Want to Make Better Decisions? Start Experimenting

Four lessons for using randomized controlled experiments to create value for your company and customers.

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Want to Make Better Decisions? Start Experimenting

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Suppose you work on Google’s advertising team and need to decide whether ads should have a blue background or a yellow background. You think that yellow would attract the most clicks; your colleague thinks that blue is better. How do you make the decision?

In Google’s early days, the two of you might have debated the issue until someone caved or you both agreed to kick the decision up to the boss. But ultimately, it dawned on leaders throughout Google that many of these debates and decisions were unnecessary.

“We don’t want high-level executives discussing whether a blue background or a yellow background will lead to more ad clicks,” Hal Varian, Google’s chief economist, told us. “Why debate this point, since we can simply run an experiment to find out?”

Varian worked with the team that developed Google’s systematic approach to experimentation. The company now runs experiments at an extraordinary scale — more than 10,000 per year. The results of these experiments inform managerial decisions in a variety of contexts, ranging from advertising sales to search engine parameters.

More broadly, an experimental mindset has permeated much of the tech sector and is spreading beyond that. These days, most major tech companies, such as Amazon, Facebook, Uber, and Yelp, wouldn’t make an important change to its platforms without running experiments to understand how it might influence user behavior. Some traditional businesses, such as Campbell Soup Co., have been dipping their toes into experiments for decades.1 And many more are ramping up their efforts in experimentation as they undergo digital transformations. In a dramatic departure from its historic role as an esoteric tool for academic research, the randomized controlled experiment has gone mainstream. Startups, international conglomerates, and government agencies alike have a new tool to test ideas and understand the impact of the products and services they are providing.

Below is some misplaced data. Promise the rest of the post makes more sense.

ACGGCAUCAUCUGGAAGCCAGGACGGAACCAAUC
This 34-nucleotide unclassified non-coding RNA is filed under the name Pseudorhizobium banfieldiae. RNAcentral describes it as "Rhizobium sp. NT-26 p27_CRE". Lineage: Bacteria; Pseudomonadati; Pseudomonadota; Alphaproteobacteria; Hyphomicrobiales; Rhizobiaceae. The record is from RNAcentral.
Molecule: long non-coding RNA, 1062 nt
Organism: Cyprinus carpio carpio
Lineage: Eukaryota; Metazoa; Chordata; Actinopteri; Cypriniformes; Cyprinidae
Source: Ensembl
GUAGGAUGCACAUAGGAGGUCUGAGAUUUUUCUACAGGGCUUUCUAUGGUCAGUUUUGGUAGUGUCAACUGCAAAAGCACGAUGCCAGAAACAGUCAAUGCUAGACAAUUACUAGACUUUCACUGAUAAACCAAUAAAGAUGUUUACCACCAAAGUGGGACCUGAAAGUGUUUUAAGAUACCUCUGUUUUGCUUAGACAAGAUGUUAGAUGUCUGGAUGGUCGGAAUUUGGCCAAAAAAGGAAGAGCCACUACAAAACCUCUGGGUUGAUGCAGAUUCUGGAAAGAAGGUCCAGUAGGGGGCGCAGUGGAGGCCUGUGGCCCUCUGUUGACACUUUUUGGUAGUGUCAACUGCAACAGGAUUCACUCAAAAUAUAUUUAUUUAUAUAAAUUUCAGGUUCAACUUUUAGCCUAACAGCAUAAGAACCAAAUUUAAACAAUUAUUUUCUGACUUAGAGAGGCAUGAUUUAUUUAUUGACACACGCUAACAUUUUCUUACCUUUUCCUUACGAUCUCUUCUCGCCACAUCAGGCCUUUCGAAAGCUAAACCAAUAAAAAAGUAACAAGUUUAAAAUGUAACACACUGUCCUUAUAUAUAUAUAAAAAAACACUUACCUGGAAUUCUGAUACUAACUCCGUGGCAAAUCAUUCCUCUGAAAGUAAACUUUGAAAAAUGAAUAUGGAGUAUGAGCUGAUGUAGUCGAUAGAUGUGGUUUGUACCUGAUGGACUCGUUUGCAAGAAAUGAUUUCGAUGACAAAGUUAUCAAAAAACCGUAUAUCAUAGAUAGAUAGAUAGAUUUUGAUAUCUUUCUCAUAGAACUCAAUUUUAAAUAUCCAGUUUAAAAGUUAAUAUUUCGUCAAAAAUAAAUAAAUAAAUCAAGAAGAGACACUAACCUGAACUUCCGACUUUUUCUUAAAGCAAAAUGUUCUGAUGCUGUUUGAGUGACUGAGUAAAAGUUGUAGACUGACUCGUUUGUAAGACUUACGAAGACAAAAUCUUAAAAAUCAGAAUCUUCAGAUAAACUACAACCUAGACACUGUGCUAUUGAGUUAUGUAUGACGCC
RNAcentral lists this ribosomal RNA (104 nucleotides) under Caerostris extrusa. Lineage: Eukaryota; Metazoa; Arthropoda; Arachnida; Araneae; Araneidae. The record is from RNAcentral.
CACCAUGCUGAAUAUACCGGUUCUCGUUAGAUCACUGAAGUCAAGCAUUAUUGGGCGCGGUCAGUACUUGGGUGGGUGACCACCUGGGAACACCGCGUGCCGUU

Experiments complement intuition and guesswork with evidence-based insight. We’ve seen them lead to large returns for organizations — such as when an experiment alerted eBay that it was wasting millions of advertising dollars per year. (See “The Returns on Experimentation.



1. J.O. Eastlack, Jr. and A.G. Rao, “Advertising Experiments at the Campbell Soup Company,” Marketing Science 8, no. 1 (February 1989): 57-71.

2. R. Meyer, “Everything We Know About Facebook’s Secret Mood Manipulation Experiment,” The Atlantic, June 28, 2014, www.theatlantic.com.

3. T. Blake, S. Moshary, K. Sweeney, et al., “Price Salience and Product Choice,” working paper 25186, National Bureau of Economic Research, Cambridge, Massachusetts, October 2018.

4. R. Kaufman, J. Pitchforth, and L. Vermeer, “Democratizing Online Controlled Experiments at Booking.com” (presentation at the MIT Conference on Digital Experimentation, Cambridge, Massachusetts, Oct. 27-28, 2017).

5. D.J. Zhang, H. Dai, L. Dong, et al., “How Do Price Promotions Affect Customer Behavior on Retailing Platforms? Evidence From a Large Randomized Experiment on Alibaba,” Management Science 27, no. 12 (December 2018): 2343-2345.

6. “The Handbook of Experimental Economics,” eds. J.H. Kagel and A.E. Roth (Princeton, New Jersey: Princeton University Press, 1995).

7. More information on Behavior Change for Good’s research and experiments is available at https://bcfg.wharton.upenn.edu.

8. A.D.I. Kramer, J.E. Guillory, and J.T. Hancock, “Experimental Evidence of Massive-Scale Emotional Contagion Through Social Networks,” Proceedings of the National Academy of Sciences 111, no. 24 (June 17, 2014): 8788-8790.

9. Z. Boka, “Facebook’s Research Ethics Board Needs to Stay Far Away From Facebook,” Wired, June 23, 2016, www.wired.com.

i. M. Ostrovsky and M. Schwarz, “Reserve Prices in Internet Advertising Auctions: A Field Experiment,” working paper 2054, Stanford University Graduate School of Business, Stanford, California, November 2016.

ii. T. Blake, C. Nosko, and S. Tadelis, “Consumer Heterogeneity and Paid Search Effectiveness: A Large-Scale Field Experiment,” Econometrica 83, no. 1 (January 2015): 155-174.

iii. N. Bloom, B. Eifert, A. Mahajan, et al., “Does Management Matter? Evidence From India,” working paper 16658, National Bureau of Economic Research, Cambridge, Massachusetts, January 2011.

iv. E.P. Bettinger, B.T. Long, P. Oreopoulos, et al., “The Role of Application Assistance and Information in College Decisions: Results From the H&R Block Fafsa Experiment,” Quarterly Journal of Economics 127, no. 3 (August 2012): 1205-1242.

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